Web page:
How to Choose a Charity Wisely - " . . . . donating to the most effective charity has never been more challenging. If you are a discriminating giver, you will need a set of guidelines that can tell you if your donation will mostly be spent on a charity’s mission and not peripheral activities. These days you have to use your head far more than your heart to see that your charitable dollars are well spent on causes you care about. There are services and strategies that you can use to make an informed decision. Most of them can help you determine if your dollars will reach the charity’s “mission” — and whether a nonprofit organization is effective in what it is striving to do. . . ." (read more at link above)

EU Following Path of Japan

Mish's Global Economic Trend Analysis: ECB Following Path of Japan, Including Similarly Ridiculous Statements: "Rather than writeoff bad loans at European banks, the ECB has chosen the bury your head in the sand, extend-and-pretend path of Japan. This is despite the fact the Japanese plan has taken multiple decades without producing meaningful results. . . ." (read more at link above)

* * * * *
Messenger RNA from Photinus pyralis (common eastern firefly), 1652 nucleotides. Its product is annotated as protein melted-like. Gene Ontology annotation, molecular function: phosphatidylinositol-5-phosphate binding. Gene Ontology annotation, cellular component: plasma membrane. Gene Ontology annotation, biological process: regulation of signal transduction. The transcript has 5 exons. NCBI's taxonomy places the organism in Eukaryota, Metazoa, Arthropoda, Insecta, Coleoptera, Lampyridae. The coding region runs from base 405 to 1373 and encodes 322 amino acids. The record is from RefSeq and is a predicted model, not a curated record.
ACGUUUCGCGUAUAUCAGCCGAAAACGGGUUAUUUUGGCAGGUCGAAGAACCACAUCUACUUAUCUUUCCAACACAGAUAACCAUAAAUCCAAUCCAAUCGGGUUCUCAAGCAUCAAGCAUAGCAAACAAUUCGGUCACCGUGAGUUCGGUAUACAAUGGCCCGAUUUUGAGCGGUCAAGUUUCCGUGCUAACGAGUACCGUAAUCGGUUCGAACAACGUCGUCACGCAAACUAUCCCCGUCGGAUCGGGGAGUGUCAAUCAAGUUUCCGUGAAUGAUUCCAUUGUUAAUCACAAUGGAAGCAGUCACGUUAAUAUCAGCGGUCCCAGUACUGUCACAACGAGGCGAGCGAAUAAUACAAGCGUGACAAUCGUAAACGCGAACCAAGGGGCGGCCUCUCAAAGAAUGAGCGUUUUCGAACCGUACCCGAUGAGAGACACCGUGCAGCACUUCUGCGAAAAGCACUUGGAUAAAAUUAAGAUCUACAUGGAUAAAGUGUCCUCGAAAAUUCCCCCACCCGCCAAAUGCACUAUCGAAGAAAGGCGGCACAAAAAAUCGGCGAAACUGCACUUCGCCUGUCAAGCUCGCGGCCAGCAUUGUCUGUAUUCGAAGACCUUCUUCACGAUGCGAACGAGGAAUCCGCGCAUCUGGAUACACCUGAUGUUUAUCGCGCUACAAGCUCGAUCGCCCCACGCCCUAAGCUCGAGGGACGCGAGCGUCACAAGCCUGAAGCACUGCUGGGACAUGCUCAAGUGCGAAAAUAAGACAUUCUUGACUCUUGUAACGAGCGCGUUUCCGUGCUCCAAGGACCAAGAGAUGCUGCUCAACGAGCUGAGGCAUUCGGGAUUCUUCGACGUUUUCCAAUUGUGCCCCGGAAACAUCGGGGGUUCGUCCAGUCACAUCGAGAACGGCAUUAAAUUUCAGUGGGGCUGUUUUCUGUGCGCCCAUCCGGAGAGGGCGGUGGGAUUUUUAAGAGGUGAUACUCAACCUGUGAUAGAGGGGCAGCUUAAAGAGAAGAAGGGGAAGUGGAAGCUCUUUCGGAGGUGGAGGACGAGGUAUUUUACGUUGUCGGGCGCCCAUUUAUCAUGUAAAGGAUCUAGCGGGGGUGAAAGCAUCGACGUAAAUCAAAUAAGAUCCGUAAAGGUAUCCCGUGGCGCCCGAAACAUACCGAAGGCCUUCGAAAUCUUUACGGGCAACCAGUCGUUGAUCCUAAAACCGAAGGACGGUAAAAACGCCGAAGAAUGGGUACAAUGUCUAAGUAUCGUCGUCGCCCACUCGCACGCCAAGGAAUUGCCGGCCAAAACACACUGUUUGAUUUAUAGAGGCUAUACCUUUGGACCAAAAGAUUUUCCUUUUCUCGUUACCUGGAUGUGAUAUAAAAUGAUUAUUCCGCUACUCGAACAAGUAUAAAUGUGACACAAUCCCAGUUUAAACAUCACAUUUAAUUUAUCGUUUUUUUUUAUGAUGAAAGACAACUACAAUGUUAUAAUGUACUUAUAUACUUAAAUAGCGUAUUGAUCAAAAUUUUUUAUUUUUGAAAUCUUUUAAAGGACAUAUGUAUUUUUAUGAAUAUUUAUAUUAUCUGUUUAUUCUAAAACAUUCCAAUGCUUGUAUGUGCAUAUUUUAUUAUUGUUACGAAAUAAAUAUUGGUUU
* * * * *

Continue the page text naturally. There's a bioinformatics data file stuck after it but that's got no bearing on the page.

New Normal, Consequential Morphing, Tapering

The ‘New Normal,’ And Its Consequential Morphing - JOI Articles: " . . . Absent comprehensive and coordinated policy responses, it is only a matter of time until the surface stability is overcome by the meaningful set of underlying disequilibria, resulting in a set of highly contrasting potential outcomes—all of which would constitute an eventual departure from the low-level equilibrium of the new normal. This morphing warrants equally consequential adaptation in investment approaches. Time is running short for the strategy of simply riding the wave of central banks committed to disconnecting market pricing from fundamentals. A much-less-certain investment outlook is ahead, and one that requires change not only in what investors do, but also in how they think about their overall investment positioning." (read more at link above)